A military memorandum of February 28, 1997 that removed the coalition government of the Islamist Necmettin Erbakan from power was primarily seen as a domestic “course correction” and a “secular-pro-Western” military intervention, but in reality, it was not. Yes, it was carried out by secular military officers, but they were not pro-Western regarding Turkey’s foreign policy orientation. They disagreed with the Copenhagen criteria of the EU (democracy standards for EU candidates) because they believed the EU was undermining the Turkish unitary nation-state by trying to strengthen Kurdish separatism. For example, the commanding officer of the Turkish War Academy, one of the highly influential posts in the country’s strategic position, clearly stated that joining the EU would destabilize Turkey. After the 1997 memorandum, the left-nationalist wing of the “social-democratic” Republican People’s Party (CHP) became stronger and increasingly opposed democratization reforms in Turkey, calling them concessions. Ironically, the pro-European and pro-Western dynamics were derived from the Islamist Justice and Development Party (AKP), which claimed to be the democratic center of the Turkish political spectrum. From the 1997 memorandum to 2005, the Turkish state – first and foremost the military and civilian bureaucracy – increasingly agreed with the EU orientation and the democratizing reform process of the AKP government. Also, a great majority of Turkey’s citizens, especially Kurds, liberals, democrats, other minorities, Gülenists and other Islamic/Islamist groups, supported Turkey’s EU strategy as they believed it would eventually lead to EU membership.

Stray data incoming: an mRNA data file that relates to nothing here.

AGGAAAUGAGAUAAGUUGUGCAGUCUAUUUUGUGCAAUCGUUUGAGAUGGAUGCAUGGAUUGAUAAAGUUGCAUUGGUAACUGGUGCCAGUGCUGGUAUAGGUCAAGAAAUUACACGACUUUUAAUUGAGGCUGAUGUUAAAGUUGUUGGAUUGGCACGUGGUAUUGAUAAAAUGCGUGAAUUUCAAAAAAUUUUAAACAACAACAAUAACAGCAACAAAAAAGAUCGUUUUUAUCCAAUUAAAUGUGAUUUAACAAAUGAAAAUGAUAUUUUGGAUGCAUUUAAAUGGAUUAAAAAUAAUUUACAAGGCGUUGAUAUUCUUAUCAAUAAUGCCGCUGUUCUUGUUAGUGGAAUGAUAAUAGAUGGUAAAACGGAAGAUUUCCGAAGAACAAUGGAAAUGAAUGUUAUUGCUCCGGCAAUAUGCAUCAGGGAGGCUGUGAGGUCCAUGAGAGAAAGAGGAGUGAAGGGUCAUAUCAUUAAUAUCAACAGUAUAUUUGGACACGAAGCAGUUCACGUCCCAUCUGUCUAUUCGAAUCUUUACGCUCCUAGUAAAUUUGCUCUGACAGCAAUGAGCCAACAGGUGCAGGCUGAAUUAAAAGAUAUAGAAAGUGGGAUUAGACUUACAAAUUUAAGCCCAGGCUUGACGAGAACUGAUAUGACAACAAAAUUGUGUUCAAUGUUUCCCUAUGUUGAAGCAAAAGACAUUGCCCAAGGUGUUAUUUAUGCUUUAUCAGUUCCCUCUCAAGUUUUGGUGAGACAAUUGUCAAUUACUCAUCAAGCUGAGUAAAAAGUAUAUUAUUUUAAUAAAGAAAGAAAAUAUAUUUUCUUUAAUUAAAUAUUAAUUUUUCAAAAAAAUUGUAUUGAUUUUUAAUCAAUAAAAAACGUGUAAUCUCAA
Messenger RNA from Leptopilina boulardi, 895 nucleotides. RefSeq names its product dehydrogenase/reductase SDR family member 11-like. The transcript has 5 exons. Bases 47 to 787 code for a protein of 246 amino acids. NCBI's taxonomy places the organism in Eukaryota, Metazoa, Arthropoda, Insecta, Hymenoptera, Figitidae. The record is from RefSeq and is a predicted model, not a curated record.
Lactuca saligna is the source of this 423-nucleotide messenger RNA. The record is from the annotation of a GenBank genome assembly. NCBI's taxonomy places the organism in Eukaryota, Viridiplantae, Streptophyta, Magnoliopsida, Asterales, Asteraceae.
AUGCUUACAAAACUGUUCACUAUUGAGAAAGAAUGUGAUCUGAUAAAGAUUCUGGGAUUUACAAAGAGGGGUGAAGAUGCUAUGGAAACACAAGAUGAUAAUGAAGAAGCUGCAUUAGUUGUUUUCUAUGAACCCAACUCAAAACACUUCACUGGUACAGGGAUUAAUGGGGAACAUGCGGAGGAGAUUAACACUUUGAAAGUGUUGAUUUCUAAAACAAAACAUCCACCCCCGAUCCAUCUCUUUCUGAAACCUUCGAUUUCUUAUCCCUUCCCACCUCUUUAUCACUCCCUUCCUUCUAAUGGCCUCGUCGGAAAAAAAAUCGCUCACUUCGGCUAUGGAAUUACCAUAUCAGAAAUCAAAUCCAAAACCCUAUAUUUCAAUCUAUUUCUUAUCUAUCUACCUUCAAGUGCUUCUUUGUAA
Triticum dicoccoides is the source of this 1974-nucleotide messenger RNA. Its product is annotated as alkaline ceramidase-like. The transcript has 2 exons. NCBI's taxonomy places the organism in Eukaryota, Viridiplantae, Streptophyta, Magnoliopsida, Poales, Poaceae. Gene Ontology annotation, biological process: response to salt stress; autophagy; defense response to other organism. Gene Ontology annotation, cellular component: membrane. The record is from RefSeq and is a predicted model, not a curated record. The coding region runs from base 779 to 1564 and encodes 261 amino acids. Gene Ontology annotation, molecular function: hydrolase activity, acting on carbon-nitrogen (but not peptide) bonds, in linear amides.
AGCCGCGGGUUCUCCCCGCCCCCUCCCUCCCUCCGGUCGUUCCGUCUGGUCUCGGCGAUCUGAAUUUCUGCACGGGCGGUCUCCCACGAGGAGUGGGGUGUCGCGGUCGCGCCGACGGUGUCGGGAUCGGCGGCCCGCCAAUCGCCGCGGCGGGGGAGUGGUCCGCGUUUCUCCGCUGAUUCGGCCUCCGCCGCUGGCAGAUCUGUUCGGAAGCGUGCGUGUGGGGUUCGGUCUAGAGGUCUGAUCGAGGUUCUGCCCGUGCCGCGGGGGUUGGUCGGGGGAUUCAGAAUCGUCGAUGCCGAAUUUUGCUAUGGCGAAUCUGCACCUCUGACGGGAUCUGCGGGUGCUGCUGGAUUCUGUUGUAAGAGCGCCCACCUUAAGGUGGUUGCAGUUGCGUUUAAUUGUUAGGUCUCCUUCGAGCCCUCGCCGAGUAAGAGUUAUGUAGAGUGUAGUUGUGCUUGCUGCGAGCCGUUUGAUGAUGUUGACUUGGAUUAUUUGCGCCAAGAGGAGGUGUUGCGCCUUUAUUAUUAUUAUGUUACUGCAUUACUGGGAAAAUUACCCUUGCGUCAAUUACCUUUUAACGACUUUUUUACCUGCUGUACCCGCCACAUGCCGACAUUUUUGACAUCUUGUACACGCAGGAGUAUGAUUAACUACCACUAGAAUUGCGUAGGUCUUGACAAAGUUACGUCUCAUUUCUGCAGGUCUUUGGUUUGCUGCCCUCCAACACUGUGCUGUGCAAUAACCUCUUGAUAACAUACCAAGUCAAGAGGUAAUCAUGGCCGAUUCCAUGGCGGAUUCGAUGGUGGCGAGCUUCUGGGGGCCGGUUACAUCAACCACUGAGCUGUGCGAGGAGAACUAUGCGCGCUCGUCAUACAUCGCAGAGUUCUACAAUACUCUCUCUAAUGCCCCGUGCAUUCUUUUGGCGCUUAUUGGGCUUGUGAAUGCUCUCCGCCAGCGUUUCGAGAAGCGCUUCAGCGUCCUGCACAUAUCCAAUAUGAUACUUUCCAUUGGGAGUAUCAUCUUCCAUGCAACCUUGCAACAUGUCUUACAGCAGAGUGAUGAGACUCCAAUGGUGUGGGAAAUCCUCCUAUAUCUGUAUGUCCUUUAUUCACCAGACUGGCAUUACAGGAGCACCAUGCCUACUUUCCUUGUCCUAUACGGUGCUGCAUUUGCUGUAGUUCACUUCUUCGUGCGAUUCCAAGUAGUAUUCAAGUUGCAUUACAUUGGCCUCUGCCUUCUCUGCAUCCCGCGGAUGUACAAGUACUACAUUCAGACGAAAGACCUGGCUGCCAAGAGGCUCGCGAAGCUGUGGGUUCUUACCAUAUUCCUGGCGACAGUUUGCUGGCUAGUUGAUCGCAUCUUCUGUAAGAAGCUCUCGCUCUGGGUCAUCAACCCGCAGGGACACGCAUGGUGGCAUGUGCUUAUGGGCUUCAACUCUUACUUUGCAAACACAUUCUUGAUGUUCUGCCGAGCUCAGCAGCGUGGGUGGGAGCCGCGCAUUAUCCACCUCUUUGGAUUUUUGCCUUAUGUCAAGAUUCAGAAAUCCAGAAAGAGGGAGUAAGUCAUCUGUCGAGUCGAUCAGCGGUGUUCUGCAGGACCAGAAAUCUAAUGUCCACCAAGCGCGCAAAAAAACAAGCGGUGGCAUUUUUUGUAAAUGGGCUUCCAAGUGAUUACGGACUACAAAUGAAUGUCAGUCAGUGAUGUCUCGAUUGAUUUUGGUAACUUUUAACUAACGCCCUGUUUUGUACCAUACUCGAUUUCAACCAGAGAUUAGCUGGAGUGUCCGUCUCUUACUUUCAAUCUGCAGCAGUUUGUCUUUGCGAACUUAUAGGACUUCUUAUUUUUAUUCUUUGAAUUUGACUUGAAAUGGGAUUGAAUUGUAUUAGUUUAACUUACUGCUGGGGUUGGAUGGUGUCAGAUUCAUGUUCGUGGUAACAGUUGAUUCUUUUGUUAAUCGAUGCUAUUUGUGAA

The zero-sum game mentality in Turkish foreign policy was replaced with a new regional policy of “zero problems” that emphasized cooperation with neighboring countries and other regional states. Turkey became a key actor in the European Neighborhood Policy. Turkish democracy improved, and the economy boomed through incredible amounts of foreign investment. A domestic and foreign policy de-securitization process occurred in which the role of the military in Turkish decision-making diminished. This process of “normalization” opened up the doors of EU accession. Moreover, military factions and their civilian accomplices in the bureaucracy lost a considerable amount of their influence. Some of the military cliques that perpetrated illegal activities such as outlining “war-game scenarios” that could potentially lead to a military coup were brought to justice and sent to prison.